In that state of the record a case for issuance of injunction was clearly made out under the statute. In Lenroot v. Interstate Bakeries Corp., 8 Cir., 146 F.2d 325, 329, this court, in discussing a refusal to enjoin violations of the child labor provisions of the Fair Labor Standards Act, stated: 'The proof made constituted 'cause shown * * * to restrain violation of section 15' within the meaning of section 17 of the Act in the absence of satisfactory evidence that there had been such change in conditions, personnel or method of employing and keeping a check on operations as to assure discontinuance of the violations in the Kansas City plant. The trial court stated in its findings that 'the responsible officials of the company are sincerely endeavoring to operate in compliance with the letter of the law as well as its spirit', but the record clearly shows that not one of the company's higher officers or home office officials attempted to explain the failure to take adequate measures during the years the Act has been in effect, nor did any one of them testify as to any new or additional measures which would be taken to prevent violations in the future.' In Lenroot v. Kemp, 5 Cir., 153 F.2d 153, 156, the Court of Appeals for the Fifth Circuit reversed a judgment denying injunction against violations of the Fair Labor Standards Act, and called attention to the fact that a co-partner had testified that defendant in that case would comply but he had not indicated what his co-partner's attitude would be, and had not 'referred to action, if any, taken or to be taken to insure against future infractions of the law.' The court further stated, 'Confronted with facts showing active violations, belief in a future course of law-observance, based merely upon the defendants' reputation of being law-abiding, is not enough. Lip service to a law, with background of violations, does not guarantee future compliance.'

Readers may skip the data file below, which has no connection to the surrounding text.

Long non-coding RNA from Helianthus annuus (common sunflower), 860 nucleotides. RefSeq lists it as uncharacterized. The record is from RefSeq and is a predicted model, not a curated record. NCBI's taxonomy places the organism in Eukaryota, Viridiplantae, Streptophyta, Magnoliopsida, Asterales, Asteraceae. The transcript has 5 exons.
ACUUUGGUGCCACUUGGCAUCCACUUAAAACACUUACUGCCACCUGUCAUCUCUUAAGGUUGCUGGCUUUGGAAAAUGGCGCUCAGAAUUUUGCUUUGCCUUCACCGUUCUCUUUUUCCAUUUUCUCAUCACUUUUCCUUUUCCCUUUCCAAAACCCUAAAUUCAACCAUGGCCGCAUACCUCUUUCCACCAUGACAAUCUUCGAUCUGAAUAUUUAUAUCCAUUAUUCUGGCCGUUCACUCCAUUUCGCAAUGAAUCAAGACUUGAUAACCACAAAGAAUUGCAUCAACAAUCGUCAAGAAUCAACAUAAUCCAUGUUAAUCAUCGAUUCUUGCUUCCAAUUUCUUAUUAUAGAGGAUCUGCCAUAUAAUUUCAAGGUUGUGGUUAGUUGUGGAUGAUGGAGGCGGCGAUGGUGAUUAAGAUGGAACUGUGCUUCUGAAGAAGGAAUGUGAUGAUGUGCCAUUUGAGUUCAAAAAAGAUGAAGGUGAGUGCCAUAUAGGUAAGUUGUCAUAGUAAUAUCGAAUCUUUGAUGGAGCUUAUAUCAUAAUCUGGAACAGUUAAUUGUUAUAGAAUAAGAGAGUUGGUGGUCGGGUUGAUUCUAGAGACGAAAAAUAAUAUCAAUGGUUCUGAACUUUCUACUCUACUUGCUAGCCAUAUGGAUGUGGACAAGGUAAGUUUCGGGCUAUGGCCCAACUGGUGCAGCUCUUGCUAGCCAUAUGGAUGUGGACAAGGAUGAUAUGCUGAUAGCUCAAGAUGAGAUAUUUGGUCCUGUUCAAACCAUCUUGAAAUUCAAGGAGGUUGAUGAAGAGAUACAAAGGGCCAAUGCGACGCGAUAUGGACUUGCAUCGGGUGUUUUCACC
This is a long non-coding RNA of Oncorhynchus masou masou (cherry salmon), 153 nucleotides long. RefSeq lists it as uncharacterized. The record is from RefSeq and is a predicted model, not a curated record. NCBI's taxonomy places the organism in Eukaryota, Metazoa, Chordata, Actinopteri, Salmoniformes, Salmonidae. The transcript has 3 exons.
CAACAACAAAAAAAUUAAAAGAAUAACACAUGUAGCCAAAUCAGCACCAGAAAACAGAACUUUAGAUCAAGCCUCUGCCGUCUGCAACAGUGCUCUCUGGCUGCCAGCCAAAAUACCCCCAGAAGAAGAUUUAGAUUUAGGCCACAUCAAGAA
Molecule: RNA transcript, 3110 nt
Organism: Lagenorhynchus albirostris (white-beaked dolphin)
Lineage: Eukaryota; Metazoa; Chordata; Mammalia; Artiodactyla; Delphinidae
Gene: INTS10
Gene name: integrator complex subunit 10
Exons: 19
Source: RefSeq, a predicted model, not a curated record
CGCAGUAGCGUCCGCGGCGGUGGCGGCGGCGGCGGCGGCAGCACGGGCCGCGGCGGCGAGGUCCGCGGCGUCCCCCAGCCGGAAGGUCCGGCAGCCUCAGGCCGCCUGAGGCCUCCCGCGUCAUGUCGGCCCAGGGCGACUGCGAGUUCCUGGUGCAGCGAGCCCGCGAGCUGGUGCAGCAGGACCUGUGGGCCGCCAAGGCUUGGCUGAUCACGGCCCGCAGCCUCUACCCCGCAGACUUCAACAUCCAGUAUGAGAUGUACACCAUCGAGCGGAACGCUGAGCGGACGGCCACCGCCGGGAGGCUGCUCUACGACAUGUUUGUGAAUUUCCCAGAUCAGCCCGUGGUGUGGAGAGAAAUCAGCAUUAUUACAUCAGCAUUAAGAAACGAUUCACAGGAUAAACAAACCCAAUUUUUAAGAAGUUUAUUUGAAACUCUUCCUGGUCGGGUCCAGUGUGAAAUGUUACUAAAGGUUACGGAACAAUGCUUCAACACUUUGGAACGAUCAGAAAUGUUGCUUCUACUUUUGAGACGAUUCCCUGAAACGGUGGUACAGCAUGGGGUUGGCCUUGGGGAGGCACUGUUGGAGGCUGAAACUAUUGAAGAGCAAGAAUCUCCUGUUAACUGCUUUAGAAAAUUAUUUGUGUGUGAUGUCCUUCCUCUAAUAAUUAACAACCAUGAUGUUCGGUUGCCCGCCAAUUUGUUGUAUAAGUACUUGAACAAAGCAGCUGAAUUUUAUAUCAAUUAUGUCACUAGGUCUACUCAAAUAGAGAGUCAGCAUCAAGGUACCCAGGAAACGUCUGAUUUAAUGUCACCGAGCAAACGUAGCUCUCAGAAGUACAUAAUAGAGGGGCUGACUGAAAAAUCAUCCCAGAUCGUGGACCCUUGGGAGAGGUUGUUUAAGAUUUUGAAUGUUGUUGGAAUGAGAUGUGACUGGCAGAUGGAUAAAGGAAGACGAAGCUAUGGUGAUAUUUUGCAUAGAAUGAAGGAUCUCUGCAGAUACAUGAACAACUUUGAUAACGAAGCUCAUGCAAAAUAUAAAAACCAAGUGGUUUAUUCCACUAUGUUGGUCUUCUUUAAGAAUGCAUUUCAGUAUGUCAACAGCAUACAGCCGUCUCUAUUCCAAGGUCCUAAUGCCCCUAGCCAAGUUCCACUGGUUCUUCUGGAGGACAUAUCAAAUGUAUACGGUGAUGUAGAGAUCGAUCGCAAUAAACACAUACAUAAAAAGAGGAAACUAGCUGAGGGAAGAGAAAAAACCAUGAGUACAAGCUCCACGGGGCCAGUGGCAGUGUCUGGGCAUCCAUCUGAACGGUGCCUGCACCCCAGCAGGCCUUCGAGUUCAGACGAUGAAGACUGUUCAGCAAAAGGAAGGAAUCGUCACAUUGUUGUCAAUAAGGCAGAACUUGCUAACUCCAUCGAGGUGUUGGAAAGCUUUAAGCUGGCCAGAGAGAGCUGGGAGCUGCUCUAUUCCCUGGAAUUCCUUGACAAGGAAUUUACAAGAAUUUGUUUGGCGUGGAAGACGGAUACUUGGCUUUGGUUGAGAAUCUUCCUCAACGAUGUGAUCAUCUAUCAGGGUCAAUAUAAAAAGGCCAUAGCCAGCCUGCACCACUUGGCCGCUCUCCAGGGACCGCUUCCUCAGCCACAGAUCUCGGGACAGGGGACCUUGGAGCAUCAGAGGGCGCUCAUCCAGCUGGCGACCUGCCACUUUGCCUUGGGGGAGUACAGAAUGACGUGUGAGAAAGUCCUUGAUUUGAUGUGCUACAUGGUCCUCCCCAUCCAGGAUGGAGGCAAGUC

And in this case it may be noted again that no testimony was adduced as to the attitude of defendant nor as to any steps taken, or to be taken, to insure future compliance. The hopeful expressions of its attorney could not justify denial of the injunction specified in the statute, either in respect to the record-keeping or the overtime violations.


Reversed and remanded for further proceedings in conformity with this opinion.

1 The order also included the following provision: '(a) That the defendant be, and it is hereby declared to be ordered and directed to install such accounts and methods of keeping its records to comply with the regulations promulgated by plaintiff'. But in view of the dismissal of the complaint and the refusal to grant the relief specified in Section 17 of the Act, the provision appears to be merely monitory and not mandatory.